How can you reduce your restaurant bill
You planned a relaxing lunch at your favorite restaurant with your family. The grandparents are enjoying themselves. Your children’s’ chatter is rewarding. This is a perfect watershed moment for the memory box in your heart. Then the bill comes. You are shocked. The bill is much higher than you expected. What do you do? Should you complain to management or just let it go? Up to this point, your family dining experience has been euphoric.
There are tips to reduce your restaurant bill. The Economic Times wrote an article “Paying an inflated bill at restaurants? Tips to reduce extra charges.” Let’s start with a few items you see on your bill but often do not understand.
Restaurants charge a service charge for the service they give you. Tax authorities don’t provide guidelines for this charge. Therefore, establishments are free to charge what they want to charge and this is usually between 5 percent to 10 percent. Not all restaurants charge it. This service charge is equivalent to tips paid to waiters. So, if you see this charge on your bill, don’t pay a tip. Service charges are supposed to be shared among the staff. If the menu mentions a service charge, you must pay it. If it doesn’t, you may question it.
A charge often confused with the service charge is service tax.
“Service tax is the tax levied by the Government on the services rendered by restaurants. Service tax is same in all states. It is 12.36% on the 40% of the bill. The bill includes your food and drink and the service charge.”
Only air-conditioned restaurants are required to charge service tax. If you are taxed on the full bill and not on the 40 percent of the bill as directed, you can question it.
“To make things simple, service tax should be 40% * 12.36% = 4.94% on the total bill. Hence, whenever you see service tax on the total bill exceeding about 5%, you can question it.”
Another charge many may not be aware of is that restaurants charge a state tax or valued-added tax. Depending on the state, this tax could be 5-20 percent. VAT for food and drinks is different. Restaurants may combine food and drinks on a bill and charge a flat rate on the total bill. A separate bill for drinks and food is a good idea. “This should clearly show the different VAT for both the items.”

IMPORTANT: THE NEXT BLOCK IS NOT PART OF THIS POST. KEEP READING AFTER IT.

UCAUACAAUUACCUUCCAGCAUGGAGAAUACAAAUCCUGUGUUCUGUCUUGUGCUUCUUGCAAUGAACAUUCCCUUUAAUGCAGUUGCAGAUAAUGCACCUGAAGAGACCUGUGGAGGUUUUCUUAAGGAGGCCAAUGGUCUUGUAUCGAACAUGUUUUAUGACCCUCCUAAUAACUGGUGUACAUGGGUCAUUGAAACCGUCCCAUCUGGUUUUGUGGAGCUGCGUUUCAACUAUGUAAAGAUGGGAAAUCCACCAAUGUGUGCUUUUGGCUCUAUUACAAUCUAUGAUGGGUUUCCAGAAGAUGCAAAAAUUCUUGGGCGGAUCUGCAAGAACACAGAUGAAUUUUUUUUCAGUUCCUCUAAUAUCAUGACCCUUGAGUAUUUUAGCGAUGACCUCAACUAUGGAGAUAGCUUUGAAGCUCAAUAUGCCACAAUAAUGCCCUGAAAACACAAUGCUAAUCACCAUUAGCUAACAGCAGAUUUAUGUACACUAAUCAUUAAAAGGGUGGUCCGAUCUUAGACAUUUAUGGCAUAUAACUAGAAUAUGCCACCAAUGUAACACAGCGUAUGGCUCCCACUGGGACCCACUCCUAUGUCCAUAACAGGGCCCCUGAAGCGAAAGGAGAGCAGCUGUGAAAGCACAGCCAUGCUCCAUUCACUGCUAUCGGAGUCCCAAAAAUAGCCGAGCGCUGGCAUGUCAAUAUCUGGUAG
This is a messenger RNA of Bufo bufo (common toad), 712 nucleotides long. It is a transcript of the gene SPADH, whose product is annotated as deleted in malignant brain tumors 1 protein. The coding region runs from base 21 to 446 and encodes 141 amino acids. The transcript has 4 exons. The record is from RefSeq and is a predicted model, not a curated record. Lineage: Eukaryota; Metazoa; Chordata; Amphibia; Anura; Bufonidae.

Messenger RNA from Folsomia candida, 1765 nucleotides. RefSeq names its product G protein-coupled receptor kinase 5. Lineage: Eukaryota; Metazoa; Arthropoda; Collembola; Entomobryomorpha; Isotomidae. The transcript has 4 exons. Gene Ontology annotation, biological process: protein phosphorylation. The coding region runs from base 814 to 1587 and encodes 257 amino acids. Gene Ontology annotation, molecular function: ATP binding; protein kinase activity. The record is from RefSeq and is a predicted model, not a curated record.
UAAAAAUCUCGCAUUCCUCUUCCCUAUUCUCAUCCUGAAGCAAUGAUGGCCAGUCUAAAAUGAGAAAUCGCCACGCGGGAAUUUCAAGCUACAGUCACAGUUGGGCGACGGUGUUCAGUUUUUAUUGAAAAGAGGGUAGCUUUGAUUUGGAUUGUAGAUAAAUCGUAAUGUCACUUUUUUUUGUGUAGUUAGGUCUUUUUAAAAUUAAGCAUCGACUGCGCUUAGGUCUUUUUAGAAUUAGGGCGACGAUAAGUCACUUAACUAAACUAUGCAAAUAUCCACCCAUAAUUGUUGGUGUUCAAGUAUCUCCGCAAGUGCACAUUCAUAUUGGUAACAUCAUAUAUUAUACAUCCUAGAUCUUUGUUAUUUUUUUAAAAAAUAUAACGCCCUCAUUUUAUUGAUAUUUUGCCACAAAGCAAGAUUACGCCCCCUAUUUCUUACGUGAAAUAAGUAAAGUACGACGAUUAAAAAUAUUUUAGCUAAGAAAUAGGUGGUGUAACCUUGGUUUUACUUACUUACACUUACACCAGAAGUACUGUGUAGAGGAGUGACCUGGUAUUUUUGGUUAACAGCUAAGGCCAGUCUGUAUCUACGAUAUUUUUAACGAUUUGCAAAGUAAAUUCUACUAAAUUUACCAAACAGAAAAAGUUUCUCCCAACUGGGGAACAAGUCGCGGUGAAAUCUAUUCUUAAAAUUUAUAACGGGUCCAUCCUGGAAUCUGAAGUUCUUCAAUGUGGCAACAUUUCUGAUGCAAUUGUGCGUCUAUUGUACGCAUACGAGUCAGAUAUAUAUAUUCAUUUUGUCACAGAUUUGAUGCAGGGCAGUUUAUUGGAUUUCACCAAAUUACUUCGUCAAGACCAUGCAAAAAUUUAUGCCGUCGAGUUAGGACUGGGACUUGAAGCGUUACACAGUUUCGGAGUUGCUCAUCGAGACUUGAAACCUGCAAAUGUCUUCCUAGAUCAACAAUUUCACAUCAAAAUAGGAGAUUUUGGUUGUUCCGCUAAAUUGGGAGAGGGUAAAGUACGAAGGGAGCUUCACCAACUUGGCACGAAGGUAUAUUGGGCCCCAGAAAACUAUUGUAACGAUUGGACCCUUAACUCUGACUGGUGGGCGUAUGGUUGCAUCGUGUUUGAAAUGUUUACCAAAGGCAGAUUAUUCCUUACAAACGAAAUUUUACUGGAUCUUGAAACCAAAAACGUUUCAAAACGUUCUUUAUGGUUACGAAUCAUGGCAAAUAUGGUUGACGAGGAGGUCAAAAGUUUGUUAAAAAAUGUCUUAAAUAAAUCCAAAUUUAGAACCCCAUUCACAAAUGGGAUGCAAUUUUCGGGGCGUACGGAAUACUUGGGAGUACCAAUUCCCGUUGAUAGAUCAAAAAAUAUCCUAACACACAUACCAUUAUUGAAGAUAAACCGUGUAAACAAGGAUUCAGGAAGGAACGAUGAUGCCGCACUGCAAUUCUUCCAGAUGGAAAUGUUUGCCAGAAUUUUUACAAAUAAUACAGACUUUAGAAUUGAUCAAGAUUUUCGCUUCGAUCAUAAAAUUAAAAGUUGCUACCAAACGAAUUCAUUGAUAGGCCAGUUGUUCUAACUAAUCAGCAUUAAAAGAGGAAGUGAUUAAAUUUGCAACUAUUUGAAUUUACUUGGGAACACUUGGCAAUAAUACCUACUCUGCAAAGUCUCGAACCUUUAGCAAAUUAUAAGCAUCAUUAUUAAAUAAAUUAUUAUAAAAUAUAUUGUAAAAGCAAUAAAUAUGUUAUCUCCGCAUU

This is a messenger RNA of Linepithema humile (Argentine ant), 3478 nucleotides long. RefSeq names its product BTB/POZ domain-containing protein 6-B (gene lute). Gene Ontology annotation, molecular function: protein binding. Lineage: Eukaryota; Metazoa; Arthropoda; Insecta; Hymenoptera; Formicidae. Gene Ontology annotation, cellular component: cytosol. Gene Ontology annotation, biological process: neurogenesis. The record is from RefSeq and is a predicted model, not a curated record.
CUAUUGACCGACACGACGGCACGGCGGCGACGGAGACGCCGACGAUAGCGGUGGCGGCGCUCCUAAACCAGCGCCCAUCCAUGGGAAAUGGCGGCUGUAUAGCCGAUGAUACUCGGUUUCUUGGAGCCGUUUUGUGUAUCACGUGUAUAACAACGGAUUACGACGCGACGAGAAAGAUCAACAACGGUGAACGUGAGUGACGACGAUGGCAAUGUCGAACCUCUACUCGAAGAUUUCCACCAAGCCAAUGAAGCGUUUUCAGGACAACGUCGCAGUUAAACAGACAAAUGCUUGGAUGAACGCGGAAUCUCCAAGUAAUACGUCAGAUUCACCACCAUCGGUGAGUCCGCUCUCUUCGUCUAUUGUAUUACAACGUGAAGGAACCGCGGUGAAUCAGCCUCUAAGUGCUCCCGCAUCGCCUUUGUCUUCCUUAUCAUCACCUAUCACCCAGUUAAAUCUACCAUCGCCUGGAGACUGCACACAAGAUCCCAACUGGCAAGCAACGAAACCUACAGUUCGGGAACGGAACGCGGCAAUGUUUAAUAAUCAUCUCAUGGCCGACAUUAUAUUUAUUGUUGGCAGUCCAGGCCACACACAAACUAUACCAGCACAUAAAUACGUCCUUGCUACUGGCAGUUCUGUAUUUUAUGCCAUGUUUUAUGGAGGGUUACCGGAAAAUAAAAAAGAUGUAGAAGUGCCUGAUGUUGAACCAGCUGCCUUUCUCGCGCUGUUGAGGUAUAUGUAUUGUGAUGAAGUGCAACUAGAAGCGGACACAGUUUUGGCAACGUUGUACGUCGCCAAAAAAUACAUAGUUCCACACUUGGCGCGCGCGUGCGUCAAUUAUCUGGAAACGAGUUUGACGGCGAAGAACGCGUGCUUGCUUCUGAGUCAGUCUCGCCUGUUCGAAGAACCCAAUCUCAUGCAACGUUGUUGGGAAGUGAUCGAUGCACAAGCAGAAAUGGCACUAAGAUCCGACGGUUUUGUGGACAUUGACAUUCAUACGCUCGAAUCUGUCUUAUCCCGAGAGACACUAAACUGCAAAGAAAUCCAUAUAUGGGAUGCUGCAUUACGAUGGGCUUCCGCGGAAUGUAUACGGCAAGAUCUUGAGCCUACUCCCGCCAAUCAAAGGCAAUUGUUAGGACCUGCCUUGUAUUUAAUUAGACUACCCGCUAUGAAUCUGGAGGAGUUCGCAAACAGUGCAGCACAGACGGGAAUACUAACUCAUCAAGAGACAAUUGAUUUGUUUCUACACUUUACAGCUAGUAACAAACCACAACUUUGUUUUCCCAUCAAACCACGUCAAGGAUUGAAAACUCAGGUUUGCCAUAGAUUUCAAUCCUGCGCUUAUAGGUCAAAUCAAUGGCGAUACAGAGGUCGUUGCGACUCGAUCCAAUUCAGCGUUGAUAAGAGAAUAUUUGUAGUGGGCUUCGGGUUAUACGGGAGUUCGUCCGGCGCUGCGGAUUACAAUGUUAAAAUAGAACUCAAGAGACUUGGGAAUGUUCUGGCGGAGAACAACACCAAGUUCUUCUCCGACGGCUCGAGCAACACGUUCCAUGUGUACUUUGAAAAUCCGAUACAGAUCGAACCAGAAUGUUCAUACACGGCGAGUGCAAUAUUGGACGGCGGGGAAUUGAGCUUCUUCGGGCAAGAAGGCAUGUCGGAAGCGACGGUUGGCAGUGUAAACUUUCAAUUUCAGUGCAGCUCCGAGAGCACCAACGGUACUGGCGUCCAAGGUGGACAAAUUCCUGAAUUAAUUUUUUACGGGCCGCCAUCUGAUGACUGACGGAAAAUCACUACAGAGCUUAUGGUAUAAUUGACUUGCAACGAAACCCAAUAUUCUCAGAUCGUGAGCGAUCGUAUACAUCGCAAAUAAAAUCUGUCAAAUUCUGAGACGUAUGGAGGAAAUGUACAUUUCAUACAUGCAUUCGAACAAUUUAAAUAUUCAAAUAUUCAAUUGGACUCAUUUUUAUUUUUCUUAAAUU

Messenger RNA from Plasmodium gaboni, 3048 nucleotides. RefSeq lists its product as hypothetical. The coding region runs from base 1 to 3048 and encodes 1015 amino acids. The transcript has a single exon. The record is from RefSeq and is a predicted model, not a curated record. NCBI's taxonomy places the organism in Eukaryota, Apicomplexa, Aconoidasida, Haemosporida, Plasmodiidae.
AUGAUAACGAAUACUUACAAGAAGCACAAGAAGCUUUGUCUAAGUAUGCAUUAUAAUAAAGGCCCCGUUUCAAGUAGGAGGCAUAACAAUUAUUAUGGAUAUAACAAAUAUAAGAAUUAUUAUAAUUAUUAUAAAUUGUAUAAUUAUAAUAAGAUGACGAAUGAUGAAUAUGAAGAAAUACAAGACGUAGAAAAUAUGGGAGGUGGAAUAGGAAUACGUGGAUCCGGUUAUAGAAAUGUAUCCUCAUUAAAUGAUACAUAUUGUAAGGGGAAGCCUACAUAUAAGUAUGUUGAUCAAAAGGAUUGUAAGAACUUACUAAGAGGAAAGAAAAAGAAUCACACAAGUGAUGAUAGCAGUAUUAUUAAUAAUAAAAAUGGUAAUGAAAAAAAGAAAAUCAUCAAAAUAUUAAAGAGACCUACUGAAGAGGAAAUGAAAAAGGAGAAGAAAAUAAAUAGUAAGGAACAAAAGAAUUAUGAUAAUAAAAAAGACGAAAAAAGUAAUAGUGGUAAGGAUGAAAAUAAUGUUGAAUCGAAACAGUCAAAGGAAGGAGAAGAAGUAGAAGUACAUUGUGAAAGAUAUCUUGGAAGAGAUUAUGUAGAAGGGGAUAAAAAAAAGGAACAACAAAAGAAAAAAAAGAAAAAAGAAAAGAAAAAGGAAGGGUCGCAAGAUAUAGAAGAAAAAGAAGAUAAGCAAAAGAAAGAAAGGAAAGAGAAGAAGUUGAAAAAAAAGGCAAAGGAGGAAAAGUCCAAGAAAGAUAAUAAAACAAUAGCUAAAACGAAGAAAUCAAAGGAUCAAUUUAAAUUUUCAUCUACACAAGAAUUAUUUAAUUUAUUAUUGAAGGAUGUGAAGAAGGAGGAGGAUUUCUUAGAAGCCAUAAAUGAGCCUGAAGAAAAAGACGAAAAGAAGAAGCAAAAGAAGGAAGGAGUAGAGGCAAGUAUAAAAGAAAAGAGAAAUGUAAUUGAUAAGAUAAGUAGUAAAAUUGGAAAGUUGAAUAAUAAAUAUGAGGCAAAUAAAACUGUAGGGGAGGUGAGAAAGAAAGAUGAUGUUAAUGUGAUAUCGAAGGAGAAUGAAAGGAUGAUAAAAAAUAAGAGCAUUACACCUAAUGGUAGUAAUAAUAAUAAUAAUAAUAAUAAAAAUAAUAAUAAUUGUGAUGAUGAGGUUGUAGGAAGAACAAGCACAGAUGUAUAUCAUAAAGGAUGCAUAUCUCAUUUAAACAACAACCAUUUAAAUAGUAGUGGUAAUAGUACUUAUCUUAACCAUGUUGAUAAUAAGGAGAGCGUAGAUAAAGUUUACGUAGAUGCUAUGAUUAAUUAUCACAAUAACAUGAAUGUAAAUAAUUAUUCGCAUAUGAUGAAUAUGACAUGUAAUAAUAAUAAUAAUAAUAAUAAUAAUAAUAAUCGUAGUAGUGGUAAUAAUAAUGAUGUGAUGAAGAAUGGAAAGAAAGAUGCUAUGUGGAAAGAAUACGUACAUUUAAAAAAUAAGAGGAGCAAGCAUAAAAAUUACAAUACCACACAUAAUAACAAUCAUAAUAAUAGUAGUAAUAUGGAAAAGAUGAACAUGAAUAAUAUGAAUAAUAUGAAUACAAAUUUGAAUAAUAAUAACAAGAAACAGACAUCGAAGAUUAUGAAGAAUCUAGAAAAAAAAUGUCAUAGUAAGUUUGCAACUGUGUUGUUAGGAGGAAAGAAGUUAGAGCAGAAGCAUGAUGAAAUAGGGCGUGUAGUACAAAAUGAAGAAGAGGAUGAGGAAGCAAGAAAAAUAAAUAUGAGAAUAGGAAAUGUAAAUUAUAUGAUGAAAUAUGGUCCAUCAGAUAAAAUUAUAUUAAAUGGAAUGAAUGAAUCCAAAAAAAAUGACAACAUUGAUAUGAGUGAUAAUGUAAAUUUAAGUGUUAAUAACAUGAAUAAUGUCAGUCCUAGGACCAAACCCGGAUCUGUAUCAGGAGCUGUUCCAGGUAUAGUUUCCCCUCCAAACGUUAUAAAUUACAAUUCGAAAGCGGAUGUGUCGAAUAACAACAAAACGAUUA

The Economic Times presented a list below that itemizes a bill so you can see the difference in the VAT for service charges, service taxes, and VAT charges on a bill.
“Bill of food item – 900
Service charge (assuming 6 %) – 54
Sun total – 954
Service tax to be levied on (40% of subtotal) – 381.6
Service tax (at the rate of 12.36% – 47.16576
VAT @ 12.5% of the sub-total – 119.25
Total amount to be paid – 1120.41″
Some restaurants charge a sharing fee. Many people share entrées. So, some restaurants will charge a sharing fee.
“One way to get around this is one person order an entrée and another person order a side. Since each customer has an order, no sharing fee will be charge.” Or simply go for the appetizer instead of a entrée. Appetizers are closer to the size of a regular meal.”
Another way restaurants inflate your bill is by charging excessive mark-ups for adult beverages. Some restaurants have BYOB (bring your own bottle) policies. It’s also an option that you can use to reduce your bill. Beware though, some restaurants charge corking fees.
Hospitality tax is a local two percent tax levied on prepared meals and drinks including all alcoholic beverages. All restaurants are required to pay this tax. And it must be used for tourism-related activities and improvements.
Reducing your bill may be difficult due to your unwillingness or the manager’s ignorance. These tips are ways you can lower your restaurant bill. It has worked for some and may work for you as well.